Index to Chiropractic Literature
Index to Chiropractic Literature
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ID 20150
  Title Before chiropractors and osteopaths did anything, an English physician did it all: A comparative review of Edward Harrison's tome
Journal Chiropr Hist. 2007 Winter;27(2):79-85
Peer Review Yes
Publication Type Article

This paper discusses the understanding Edward Harrison (1766-1838) had of the principles and theories of vertebral subluxation as published in his 1827 book Pathological and Practical Observations on Spinal Diseases, Illustrated With Cases and Engravings, also an Enquiry into the Origin and Cure of Distorted Limbs. Harrison’s observations were published fifty-seven years before D.D. Palmer discovered chiropractic and thirty-seven years before Still discovered osteopathy. Harrison was well-versed in the history of spinal care and claimed to originate ideas chiropractors view as their own, including the description of subluxation compared with luxation, the causal relationship of vertebral visceral neuropathology, the theory that subluxation may be involved in nearly all disease, the intervertebral foramina as a source of stretching the spinal nerve sheath, the concept of spinal “tone,” the stretching of articular ligaments as a cause of vertebral subluxation, and the use of the “manual thrust” to correct the subluxation.

Harrison described the contact areas on the vertebrae for adjustment, was the first to complain about repetitive strain injury while treating the patient, designed a handheld instrument to assist the thrust, formed a theory of “chronic” subluxation, used vertebral “prominence” and position as a diagnostic sign, discarded exercise as a form of treatment for subluxation, and used the word “manipulation” to describe his treatment. Upon the occasional death of his clients, he confirmed the vertebral organ neuropathology by autopsy.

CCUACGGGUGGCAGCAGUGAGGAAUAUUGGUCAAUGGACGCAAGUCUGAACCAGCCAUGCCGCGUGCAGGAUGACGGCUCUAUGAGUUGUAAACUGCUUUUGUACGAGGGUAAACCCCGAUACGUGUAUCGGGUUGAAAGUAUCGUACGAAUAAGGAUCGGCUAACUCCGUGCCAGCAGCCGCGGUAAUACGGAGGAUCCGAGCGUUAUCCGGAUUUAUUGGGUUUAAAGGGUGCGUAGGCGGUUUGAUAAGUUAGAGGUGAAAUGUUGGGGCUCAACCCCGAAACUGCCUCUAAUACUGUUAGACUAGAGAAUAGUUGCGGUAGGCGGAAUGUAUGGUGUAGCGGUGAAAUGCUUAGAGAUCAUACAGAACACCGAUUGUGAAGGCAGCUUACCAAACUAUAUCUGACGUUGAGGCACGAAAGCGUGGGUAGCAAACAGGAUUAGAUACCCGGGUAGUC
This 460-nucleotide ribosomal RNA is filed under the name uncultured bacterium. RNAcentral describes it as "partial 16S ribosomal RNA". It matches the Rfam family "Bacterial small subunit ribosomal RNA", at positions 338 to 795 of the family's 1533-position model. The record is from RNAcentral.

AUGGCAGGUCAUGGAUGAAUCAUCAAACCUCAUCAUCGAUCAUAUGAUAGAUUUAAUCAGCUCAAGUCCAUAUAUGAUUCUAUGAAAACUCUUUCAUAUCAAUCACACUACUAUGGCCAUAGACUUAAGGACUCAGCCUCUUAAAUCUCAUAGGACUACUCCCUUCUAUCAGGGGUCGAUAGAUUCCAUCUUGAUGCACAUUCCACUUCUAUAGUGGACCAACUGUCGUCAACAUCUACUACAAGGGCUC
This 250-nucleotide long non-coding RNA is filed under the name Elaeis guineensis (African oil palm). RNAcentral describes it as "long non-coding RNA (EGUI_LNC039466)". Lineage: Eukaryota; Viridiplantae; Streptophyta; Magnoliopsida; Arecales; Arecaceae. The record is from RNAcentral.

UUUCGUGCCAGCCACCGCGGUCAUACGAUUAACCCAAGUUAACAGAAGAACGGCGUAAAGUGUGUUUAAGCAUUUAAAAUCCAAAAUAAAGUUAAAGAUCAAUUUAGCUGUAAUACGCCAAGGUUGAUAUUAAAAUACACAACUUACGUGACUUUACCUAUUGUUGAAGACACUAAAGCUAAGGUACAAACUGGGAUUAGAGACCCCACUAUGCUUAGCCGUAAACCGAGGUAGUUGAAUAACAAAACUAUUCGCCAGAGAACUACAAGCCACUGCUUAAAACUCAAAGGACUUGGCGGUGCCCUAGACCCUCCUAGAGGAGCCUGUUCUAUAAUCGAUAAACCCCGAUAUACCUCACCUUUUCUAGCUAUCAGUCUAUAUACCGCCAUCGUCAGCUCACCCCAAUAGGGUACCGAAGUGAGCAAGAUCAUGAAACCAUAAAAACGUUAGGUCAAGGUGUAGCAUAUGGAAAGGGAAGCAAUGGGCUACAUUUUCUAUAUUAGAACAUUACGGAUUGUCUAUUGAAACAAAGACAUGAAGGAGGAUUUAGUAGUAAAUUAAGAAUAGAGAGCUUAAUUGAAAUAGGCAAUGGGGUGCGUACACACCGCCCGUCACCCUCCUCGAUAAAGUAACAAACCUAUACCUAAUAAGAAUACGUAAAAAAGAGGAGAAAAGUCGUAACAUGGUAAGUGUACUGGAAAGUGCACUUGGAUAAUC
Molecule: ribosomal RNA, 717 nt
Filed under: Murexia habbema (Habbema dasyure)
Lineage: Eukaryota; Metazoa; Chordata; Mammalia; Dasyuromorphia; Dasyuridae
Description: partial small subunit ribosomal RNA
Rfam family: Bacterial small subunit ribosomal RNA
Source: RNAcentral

This paper discusses Harrison’s observations in relation to the later development of chiropractic theory and knowledge, especially D.D. Palmer’s theories of spinous malposition, vertebral subluxation, nerve tone and spinal adjustment, Langworthy’s description of the “Bohemian thrust,” Oakley Smith’s theory of “ligatite,” Swanberg’s observations of the IVF, the current value of physical therapy exercise programs, current anatomical observations, Abram’s reflexes and adjusting instruments, and Fuhr’s adjusting instrument.

This abstract is reproduced with the permission of the publisher. Click on the above link for free full text.

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